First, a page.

When you get differentially stuck, you may consider spotting light weight fluid to reduce force created by differential pressure between mud in wellbore and formation pressure. However, it is imperative to be able to calculate how much light weight fluid added into the well that it will not accidentally underbalance formation pressure.
Please follow the steps below to determine how height of light weight spot pill in the annulus to balance formation pressure.
a) Determine the difference in pressure gradient in psi/ft between the mud weight and light weight spot fluid:
Difference pressure in pressure gradient in psi/ft = (current mud wt in ppg – light weight spot pill in ppg) x 0.052
b) Determine height in ft of light weight spot fluid that will balance formation pressure in the annulus:
Height ft in vertical = overbalance pressure with current mud weigh in psi ÷ difference in pressure gradient in psi/ft
This height is the maximum allowable height of light weight spot pill in the annulus. If you have higher length of light weight spot pill in the annulus, it may create a well control situation.
Example: Use the following data to determine the height in ft of light weight spot pill that will balance formation pressure in the annulus:
Mud weight = 13.0 ppg
Light weight spot pill = 8.3 ppg
Amount of overbalance = 300 psi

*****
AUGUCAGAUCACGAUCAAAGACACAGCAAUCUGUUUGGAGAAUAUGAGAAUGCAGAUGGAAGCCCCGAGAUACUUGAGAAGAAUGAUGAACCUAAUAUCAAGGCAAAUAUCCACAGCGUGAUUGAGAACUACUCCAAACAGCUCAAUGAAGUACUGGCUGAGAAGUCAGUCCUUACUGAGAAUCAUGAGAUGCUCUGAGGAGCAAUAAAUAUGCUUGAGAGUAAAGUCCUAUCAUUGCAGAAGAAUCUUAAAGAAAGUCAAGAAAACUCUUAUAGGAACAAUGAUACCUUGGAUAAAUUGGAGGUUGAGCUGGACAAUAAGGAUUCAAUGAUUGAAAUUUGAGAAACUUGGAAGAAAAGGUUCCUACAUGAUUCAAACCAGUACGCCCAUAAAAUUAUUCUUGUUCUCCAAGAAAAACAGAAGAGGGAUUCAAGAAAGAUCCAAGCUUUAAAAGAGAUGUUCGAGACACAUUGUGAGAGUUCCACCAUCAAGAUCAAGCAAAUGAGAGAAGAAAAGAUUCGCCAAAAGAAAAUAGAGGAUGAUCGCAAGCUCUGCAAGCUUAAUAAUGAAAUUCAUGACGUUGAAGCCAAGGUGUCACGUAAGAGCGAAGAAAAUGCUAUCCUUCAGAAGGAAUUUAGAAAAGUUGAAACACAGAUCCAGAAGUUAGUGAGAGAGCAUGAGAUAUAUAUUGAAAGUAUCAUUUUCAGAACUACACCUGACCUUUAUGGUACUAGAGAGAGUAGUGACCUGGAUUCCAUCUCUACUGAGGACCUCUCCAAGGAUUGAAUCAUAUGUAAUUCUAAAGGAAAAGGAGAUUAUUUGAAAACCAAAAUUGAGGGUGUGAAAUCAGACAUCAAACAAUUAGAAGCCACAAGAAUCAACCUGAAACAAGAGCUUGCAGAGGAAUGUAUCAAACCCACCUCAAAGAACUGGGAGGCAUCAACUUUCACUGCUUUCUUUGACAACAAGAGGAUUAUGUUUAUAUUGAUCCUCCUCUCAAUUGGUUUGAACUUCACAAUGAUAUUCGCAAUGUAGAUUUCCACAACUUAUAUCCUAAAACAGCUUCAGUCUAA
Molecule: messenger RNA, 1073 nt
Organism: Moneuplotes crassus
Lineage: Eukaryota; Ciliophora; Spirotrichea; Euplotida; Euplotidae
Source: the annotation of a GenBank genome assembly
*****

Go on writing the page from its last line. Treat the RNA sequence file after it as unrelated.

a) Difference in pressure gradient in psi/ft:
Difference pressure in pressure gradient in psi/ft = (13 ppg – 8.3 ppg) x 0.052
Difference pressure in pressure gradient = 0.2444 psi/ft
b) Determine the height in ft of light weight spot liquid that will balance formation pressure in the annulus:
Height = 300 psi ÷ 0.244 psi/ft
Height = 1227 ft
You must ensure that height of light weight pill in the annulus must be less than 1227 ft in order to prevent a wellcontrol situation.
In order to determine light weight pill volume, this simple formula below is used;
volume of pill = annular capacity (bbl/ft) x height of pill (ft)
For instant, the annular capacity is 0.0459 bbl/ft, volume of pill is equal to 56.3 bbl (1,227 x 0.0459).
Ref books: Lapeyrouse, N.J., 2002. Formulas and calculations for drilling, production and workover, Boston: Gulf Professional publishing.
Bourgoyne, A.J.T., Chenevert , M.E. & Millheim, K.K., 1986. SPE Textbook Series, Volume 2: Applied Drilling Engineering, Society of Petroleum Engineers.
Mitchell, R.F., Miska, S. & Aadny, B.S., 2011. Fundamentals of drilling engineering, Richardson, TX: Society of Petroleum Engineers.